|Breastfeeding in very early pregnancy|
during the photo shoot for my babywearing book
I chose to breastfeed Mikko through Alrik's pregnancy because, ahead of time, I saw no good reason to quit, and plenty of good ones to continue. Mikko, then three, was showing no signs of wanting to stop, and so many of his nutritional and emotional needs were being met through nursing. Plus, I knew tandem breastfeeding would help smooth his transition from an only child to a big brother of a much-younger sibling, and I'd always hoped for child-led weaning.
But then I actually did it. For plenty of those who try, the experience is bearable and even enjoyable. For me, and for many others, nursing during pregnancy and the resulting breast tenderness was very painful – very. My milk dried up by the end of the first trimester, taking away that benefit for Mikko (and leading to some very sad nights for both of us). And as much as I enjoyed the extra snuggliness and sharing of tandem nursing, I was wholly unprepared for an unwelcome side effect: nursing aversion, and how. I couldn't stand nursing Mikko for a long time, and put up with it long enough to move through it and out the other side to a gentle, mama-directed weaning just after he turned five. (Yep, even then, Mikko wasn't ready, but I was at that point.)
So why make a totally opposite decision with Alrik and this pregnancy? For one thing, I can. It was always my choice to continue nursing Mikko (not coercion on his part, too much guilt on mine, or external pressure from the dear fellow hippies I consort with — they were sympathetic and supportive in whatever choice I made). One reason we waited two and a half years to get pregnant with our third, even though I ain't getting any younger, was to give Alrik his chance to continue nursing.
For another, Alrik is a totally different child. Each one is, right? Unlike Mikko, Alrik eats a much more varied and extensive diet. I was less concerned about lack of breast milk stunting him nutritionally (not that I have a choice one way or the other — once again, my milk was gone by about 10 weeks). Though Alrik has loved nummies wholeheartedly, it's not quite the same all-consuming passion Mikko had. He's more easily distracted, which has meant he's been less likely to want to nurse in public, when things around him are more interesting. It's especially come in handy at night. Sam took the initiative early in Alrik's toddlerhood to figure out how to get him to bed without nursing to sleep, which meant less of a transition for all of us. It might also help that Alrik is slightly younger than Mikko was — only by about six months, but the bulk of his weaning happened during an agreeable two-year-old phase. Mikko was also a much less predictable sleeper, whereas Alrik at a younger age started going to sleep pretty easily and staying asleep till morning.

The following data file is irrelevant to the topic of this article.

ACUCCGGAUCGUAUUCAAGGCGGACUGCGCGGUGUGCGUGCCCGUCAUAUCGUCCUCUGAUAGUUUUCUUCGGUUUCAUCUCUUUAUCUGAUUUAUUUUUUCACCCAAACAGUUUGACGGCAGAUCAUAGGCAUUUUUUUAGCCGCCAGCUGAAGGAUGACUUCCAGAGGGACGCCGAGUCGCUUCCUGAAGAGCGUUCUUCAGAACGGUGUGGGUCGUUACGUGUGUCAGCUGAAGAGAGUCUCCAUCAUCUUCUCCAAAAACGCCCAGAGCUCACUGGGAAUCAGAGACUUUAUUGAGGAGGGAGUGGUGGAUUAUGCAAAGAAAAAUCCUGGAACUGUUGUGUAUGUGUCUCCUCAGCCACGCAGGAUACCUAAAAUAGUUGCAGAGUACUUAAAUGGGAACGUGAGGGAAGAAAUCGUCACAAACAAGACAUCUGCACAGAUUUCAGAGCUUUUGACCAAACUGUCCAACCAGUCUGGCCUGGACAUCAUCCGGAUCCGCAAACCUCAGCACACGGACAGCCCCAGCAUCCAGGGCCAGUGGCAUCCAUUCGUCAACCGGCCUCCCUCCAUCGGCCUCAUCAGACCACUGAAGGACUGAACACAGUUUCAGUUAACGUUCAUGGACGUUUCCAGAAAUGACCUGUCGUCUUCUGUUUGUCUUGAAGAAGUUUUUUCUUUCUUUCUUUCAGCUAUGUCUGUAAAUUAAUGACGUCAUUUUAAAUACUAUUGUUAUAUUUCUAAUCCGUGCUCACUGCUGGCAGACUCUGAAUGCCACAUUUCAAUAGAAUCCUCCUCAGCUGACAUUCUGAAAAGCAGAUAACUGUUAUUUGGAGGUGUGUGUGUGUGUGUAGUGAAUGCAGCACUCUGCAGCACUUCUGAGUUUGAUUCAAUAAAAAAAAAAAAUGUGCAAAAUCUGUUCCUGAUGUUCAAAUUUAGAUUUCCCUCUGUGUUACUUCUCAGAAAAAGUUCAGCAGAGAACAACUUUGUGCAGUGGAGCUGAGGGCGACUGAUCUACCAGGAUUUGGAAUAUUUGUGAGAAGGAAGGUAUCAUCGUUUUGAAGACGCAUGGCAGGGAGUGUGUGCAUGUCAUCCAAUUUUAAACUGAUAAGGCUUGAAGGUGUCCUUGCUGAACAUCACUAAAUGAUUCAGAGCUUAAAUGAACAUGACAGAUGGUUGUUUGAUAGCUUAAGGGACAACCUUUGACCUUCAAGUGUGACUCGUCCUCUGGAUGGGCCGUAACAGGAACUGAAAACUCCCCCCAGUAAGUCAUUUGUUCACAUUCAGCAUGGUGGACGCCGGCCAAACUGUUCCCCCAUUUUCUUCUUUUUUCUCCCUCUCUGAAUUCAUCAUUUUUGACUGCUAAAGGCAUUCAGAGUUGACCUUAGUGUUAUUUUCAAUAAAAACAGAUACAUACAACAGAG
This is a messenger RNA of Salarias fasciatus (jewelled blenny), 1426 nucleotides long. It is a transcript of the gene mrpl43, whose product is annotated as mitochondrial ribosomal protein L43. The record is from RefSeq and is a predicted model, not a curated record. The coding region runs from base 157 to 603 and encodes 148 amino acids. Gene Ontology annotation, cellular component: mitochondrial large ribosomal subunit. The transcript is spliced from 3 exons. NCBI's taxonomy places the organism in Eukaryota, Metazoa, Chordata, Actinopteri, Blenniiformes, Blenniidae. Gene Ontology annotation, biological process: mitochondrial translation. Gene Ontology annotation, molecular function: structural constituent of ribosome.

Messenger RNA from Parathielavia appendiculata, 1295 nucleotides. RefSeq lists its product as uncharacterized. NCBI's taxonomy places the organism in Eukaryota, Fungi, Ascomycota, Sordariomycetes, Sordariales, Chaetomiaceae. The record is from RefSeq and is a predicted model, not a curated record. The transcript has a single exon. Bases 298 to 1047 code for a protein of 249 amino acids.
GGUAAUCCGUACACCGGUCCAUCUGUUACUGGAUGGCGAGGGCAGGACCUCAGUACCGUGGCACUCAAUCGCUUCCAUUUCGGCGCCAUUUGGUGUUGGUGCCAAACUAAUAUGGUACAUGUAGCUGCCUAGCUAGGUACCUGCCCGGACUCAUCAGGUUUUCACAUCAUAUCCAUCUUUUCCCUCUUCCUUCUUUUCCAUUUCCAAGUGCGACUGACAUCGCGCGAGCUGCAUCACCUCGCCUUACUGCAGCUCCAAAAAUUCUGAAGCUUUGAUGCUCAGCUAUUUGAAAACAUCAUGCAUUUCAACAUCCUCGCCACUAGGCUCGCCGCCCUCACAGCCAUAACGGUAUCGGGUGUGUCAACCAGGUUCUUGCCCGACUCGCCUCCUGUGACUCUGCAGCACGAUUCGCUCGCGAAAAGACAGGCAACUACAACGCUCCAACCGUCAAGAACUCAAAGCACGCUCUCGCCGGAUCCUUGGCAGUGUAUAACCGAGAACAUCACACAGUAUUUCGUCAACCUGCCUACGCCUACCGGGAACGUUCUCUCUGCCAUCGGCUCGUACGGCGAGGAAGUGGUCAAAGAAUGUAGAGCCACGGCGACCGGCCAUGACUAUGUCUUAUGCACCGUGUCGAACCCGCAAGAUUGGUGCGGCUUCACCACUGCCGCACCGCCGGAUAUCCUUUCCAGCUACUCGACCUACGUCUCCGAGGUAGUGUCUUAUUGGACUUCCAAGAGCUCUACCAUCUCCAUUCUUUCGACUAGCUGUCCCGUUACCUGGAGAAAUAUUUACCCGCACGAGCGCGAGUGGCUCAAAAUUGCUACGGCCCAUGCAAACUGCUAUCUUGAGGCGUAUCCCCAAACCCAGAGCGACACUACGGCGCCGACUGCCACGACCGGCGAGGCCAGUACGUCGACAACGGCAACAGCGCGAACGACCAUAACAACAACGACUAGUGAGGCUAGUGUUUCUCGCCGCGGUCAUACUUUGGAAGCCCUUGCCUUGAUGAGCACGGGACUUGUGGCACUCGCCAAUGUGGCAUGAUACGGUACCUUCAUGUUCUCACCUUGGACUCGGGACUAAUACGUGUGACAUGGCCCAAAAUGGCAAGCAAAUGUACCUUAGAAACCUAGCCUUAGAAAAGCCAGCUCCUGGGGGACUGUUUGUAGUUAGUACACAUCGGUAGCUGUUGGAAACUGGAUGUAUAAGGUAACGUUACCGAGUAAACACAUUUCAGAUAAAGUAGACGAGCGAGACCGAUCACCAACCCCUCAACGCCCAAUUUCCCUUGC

And probably the most obvious reason I chose differently this time is I know now what to expect, and I know it pretty much sucks for me to nurse through pregnancy and tandem nurse. People suggested it might be different this time, so I gave it a shot — but it wasn't, at least so far. I'm even willing to try tandem nursing again if Alrik's interested at that point, but I doubt I'd stick with it long if the nursing aversion strikes again.
So here's where we are now, and how we got here. Alrik still asks occasionally, every few days or so, for nummies, usually in the morning as he wakes up. He'll have a seconds-long session at one side or the other, rarely at both, and then be done. He doesn't seem upset that nursing is no longer in his daily life and is pretty chill about the whole thing. I have noticed he's sucking on his fingers a lot more, a trait I noticed in Mikko during his slow-down and weaning as well. This could be just a developmental phase, but I wonder if it's a comfort substitute.